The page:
Gordon Burn's Happy Like Murderers (Faber & Faber) is available now in bookshops at pounds 17.99.

THE PLAY MUM

Overview:

Ronnie Barker's play, written as a vehicle for his out-of-work daughter, Charlotte, sees a middle-aged woman chattering to her year-long-dead mother.

Critical View:

"[The play] introduces the perennial problem of how you present dreary, limited lives without producing limited and dreary art," bemoaned Paul Taylor. "Let's just put it this way: after seeing Mum, you don't feel that Beckett or Alan Bennett need look over-anxiously to their laurels." "The play works well within its limits," conceded The Stage, "but lacks the dry humour that Alan Bennett would have brought to a similar situation." "If ever a play needed serious rejigging, it is Mum," groaned The Times, while the Daily Mail spluttered, "As a first-time playwright at a small pub theatre in Islington, [Barker] is frankly an embarrassment."

Our View:

A pale imitation of Bennett's Talking Heads series, Ronnie Barker's first stage effort is packed with crashing cliches, while his daughter's performance proves disappointing.

On View:

Mum is at the King's Head Theatre, N1, until 31 October. Adults pounds 10.50, conc pounds 7.50. For bookings and enquiries call 0171-226 1916.

THE OPERA FLIGHT

Overview:

Nine disparate characters wait for something to change their lives in an airport lounge in Jonathan Dove's first opera. Premiered by the Glyndebourne Touring Opera.

Critical View:

"The number of characters is the problem ... Dove has to work overtime to find musical room for them," said a disconsolate Nick Kimberley. "Dove's orchestra, expertly handled by David Parry, is at its best when at its biggest and brassiest, yet it seems to be running fast just to keep up." "Dove's music is the equivalent of a hot-air balloon, floating aimlessly around without a purposeful journey," grumbled the Daily Telegraph, but the Financial Times disagreed: "A well-chosen cast, top-quality orchestral playing and a production that gave the opera as good a send-off as its composer could have hoped... The audience's verdict on Flight ... a smash hit."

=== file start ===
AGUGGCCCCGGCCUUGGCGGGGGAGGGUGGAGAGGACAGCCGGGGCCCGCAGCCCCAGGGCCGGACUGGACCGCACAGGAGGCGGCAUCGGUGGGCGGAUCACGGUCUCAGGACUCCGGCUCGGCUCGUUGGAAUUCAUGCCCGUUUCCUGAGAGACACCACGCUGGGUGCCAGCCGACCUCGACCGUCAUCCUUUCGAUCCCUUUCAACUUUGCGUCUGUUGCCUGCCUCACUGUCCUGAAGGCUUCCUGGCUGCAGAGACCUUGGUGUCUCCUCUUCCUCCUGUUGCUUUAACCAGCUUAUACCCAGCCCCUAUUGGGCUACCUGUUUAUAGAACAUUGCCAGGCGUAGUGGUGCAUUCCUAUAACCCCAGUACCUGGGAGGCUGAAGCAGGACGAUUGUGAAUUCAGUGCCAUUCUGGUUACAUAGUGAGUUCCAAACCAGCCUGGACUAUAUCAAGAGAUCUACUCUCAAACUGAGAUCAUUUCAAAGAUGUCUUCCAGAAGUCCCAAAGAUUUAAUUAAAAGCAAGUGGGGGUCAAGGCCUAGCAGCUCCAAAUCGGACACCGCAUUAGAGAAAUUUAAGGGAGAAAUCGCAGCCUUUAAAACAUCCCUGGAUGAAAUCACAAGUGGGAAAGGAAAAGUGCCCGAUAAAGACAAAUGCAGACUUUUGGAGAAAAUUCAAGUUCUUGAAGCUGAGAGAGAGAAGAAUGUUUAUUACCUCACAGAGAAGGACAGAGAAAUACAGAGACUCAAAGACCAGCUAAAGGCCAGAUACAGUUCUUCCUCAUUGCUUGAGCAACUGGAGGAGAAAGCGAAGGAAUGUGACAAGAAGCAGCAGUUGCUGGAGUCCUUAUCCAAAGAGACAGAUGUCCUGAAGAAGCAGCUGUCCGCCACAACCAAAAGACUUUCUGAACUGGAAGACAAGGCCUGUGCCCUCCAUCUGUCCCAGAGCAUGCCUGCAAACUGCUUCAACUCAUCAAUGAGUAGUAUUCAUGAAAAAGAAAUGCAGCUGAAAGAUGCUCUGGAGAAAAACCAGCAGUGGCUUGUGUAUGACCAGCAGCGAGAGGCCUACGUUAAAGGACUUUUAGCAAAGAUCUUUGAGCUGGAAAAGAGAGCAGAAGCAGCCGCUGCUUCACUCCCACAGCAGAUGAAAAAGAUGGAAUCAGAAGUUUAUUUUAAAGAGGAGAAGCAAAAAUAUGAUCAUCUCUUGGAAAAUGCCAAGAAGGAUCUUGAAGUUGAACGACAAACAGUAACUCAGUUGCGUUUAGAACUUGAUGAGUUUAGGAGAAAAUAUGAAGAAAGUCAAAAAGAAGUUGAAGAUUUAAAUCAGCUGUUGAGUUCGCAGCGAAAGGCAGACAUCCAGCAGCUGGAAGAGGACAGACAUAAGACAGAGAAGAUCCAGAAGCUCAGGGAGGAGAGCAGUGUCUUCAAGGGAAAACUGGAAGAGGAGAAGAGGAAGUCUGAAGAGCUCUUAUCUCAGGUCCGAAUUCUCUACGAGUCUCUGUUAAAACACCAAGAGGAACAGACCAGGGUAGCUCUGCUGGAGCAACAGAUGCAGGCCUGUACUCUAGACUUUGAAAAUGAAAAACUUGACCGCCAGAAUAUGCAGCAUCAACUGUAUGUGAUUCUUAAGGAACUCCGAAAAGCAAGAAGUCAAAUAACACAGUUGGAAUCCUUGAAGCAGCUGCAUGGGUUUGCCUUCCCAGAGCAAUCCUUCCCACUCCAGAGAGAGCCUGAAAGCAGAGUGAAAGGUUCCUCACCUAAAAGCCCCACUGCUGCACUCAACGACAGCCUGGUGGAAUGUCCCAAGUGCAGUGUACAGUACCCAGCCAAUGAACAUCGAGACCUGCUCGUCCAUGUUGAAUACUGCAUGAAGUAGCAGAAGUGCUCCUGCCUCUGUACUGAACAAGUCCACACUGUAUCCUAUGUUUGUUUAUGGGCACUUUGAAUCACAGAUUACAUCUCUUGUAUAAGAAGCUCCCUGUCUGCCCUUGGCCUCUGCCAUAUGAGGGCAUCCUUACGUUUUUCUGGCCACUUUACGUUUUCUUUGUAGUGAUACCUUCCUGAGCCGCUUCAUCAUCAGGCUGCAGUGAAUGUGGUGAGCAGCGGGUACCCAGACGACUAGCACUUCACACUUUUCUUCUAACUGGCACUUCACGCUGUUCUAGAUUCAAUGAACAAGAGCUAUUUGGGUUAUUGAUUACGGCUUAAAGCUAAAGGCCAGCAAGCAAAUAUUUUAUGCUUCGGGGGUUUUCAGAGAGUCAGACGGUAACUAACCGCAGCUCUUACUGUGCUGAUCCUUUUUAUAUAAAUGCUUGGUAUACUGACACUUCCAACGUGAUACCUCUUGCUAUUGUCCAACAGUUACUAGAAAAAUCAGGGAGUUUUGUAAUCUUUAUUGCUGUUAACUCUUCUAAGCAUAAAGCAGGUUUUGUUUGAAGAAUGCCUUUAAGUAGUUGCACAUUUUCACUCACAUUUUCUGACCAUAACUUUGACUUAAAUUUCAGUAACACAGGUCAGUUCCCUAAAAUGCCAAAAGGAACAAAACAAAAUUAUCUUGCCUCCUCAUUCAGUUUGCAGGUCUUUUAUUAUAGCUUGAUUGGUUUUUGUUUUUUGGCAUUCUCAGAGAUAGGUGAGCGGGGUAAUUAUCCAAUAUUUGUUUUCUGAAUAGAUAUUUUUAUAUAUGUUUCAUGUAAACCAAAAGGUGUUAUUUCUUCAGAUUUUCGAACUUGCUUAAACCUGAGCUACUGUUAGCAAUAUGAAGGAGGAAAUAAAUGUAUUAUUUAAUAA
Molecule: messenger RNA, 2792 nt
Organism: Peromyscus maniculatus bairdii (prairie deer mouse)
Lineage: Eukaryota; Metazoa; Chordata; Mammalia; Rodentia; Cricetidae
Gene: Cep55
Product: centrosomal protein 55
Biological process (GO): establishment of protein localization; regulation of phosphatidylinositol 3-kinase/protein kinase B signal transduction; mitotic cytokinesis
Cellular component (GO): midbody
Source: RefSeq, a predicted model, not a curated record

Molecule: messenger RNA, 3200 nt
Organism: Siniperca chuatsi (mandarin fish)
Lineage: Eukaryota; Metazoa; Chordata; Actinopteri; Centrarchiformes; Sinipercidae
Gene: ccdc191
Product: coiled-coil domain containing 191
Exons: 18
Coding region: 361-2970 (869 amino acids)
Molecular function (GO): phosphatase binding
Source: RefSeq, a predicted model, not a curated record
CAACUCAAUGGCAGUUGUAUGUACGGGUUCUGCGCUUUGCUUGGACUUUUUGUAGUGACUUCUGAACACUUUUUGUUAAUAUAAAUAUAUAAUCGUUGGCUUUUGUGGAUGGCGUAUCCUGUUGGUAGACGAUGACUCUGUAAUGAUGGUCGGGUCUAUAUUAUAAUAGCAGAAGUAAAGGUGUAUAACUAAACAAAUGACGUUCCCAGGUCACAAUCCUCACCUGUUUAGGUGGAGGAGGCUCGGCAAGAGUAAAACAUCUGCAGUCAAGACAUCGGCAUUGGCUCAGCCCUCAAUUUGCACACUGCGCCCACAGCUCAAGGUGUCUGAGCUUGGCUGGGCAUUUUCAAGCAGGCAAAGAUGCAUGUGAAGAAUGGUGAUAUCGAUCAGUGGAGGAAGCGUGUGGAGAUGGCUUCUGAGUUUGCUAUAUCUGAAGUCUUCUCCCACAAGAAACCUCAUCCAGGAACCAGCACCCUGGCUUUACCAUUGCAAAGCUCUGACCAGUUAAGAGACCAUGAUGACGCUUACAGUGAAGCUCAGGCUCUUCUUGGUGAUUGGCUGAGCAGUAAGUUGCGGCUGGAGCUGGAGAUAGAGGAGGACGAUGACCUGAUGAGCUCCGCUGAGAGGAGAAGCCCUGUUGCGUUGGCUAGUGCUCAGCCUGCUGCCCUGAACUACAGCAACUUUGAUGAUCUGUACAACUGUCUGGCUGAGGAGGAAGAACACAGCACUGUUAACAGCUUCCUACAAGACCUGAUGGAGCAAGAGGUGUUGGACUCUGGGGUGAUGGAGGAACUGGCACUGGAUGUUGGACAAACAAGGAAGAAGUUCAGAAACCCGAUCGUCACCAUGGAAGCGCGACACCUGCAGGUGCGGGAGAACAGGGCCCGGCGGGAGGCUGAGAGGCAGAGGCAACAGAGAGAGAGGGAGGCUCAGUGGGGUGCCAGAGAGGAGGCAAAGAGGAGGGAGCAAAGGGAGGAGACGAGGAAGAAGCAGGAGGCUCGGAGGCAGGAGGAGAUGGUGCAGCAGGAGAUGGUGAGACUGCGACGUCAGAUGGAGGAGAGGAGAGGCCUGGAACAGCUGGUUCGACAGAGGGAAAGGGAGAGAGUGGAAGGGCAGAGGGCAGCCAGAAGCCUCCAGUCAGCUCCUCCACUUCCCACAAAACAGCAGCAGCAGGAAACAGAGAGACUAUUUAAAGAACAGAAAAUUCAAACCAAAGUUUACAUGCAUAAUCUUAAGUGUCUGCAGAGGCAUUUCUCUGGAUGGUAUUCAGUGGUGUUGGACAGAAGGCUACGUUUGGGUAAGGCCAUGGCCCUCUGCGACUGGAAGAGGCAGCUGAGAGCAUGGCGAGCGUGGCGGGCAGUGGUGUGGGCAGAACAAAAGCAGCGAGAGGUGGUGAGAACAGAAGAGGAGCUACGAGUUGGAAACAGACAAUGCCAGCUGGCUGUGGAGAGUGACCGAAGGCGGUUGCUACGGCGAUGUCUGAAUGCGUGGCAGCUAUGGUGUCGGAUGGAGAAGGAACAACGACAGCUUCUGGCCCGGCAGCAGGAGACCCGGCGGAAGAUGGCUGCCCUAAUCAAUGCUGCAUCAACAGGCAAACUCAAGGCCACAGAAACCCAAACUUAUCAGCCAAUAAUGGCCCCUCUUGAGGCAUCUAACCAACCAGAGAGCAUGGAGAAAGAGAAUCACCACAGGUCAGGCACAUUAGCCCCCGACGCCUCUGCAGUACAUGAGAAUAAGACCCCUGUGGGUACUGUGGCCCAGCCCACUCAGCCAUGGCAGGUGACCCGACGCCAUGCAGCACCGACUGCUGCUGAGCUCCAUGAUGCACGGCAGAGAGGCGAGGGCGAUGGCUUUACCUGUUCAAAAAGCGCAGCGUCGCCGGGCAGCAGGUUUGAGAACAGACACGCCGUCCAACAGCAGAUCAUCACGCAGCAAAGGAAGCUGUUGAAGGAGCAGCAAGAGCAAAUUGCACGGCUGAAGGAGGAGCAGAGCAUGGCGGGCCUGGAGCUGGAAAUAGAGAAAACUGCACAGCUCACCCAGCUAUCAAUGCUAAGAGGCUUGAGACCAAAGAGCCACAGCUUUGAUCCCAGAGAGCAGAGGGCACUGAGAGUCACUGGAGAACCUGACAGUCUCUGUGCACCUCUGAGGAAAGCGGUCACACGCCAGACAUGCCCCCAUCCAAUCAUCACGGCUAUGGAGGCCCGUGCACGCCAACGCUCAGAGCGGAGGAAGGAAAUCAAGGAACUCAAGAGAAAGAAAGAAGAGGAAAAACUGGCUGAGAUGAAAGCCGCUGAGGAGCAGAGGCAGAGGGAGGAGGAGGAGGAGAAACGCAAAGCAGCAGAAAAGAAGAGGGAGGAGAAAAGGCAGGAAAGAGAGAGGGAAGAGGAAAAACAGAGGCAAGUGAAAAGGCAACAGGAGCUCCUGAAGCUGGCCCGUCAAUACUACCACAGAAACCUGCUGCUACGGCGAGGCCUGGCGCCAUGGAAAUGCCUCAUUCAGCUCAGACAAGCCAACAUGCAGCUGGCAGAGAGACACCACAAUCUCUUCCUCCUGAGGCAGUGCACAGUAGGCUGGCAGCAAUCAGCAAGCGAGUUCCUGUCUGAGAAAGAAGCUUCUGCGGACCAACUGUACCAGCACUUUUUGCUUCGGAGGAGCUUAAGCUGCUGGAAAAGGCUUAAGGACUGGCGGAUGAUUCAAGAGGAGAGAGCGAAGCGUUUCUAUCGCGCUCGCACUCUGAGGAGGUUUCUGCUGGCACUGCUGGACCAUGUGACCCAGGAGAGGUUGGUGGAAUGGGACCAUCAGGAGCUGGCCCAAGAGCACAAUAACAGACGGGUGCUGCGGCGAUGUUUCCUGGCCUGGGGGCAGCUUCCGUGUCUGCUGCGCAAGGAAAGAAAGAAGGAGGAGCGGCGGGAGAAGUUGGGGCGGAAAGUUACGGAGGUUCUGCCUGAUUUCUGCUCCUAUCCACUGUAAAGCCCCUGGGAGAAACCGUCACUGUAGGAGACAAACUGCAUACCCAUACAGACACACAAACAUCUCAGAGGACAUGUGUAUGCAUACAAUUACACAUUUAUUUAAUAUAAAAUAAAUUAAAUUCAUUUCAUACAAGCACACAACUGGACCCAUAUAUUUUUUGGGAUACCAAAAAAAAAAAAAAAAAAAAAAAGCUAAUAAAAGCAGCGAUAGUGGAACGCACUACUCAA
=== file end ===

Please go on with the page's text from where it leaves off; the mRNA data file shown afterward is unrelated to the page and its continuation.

Our View:

Within the plot's rather prosaic boundaries, Dove has created a striking and witty score.

But despite critics' complaints of shallowness, Flight was greeted rapturously by the audience on the opening night.

On View:

Glyndebourne Touring Opera's production of Flight is at Glyndebourne until 10 December. For bookings and enquiries call 01273 813813.

YOUR VIEW...

LEE EVANS

AT THE APOLLO

PAUL MARSH,

24, Banker, Kent

`It was really good. I thought he was pretty lively, very weird, every gag is a winner. Laughing all the way through; it's out-loud, not inside humour.'

TIM SIMMONDS,

22, Accountant,

London

`A very enjoyable night. To see how animated his face and body are, it's all in the delivery. And very down-to-earth jokes, every-day realistic jokes.'

JANET LEWIS,

43, Nursery

Manager, Barking

`Thought he was excellent, really funny. I have seen his live show before and this one was even funnier. He hasn't got any bad moments in it. Last time there were a few. I loved the huge music bits.'

KHALID HUSSAIN,

36, Financial Planning Manager, Barking

`A very good show all round. Very entertaining, very funny and a laugh a minute. It was very fast, very quick-witted and continuous.'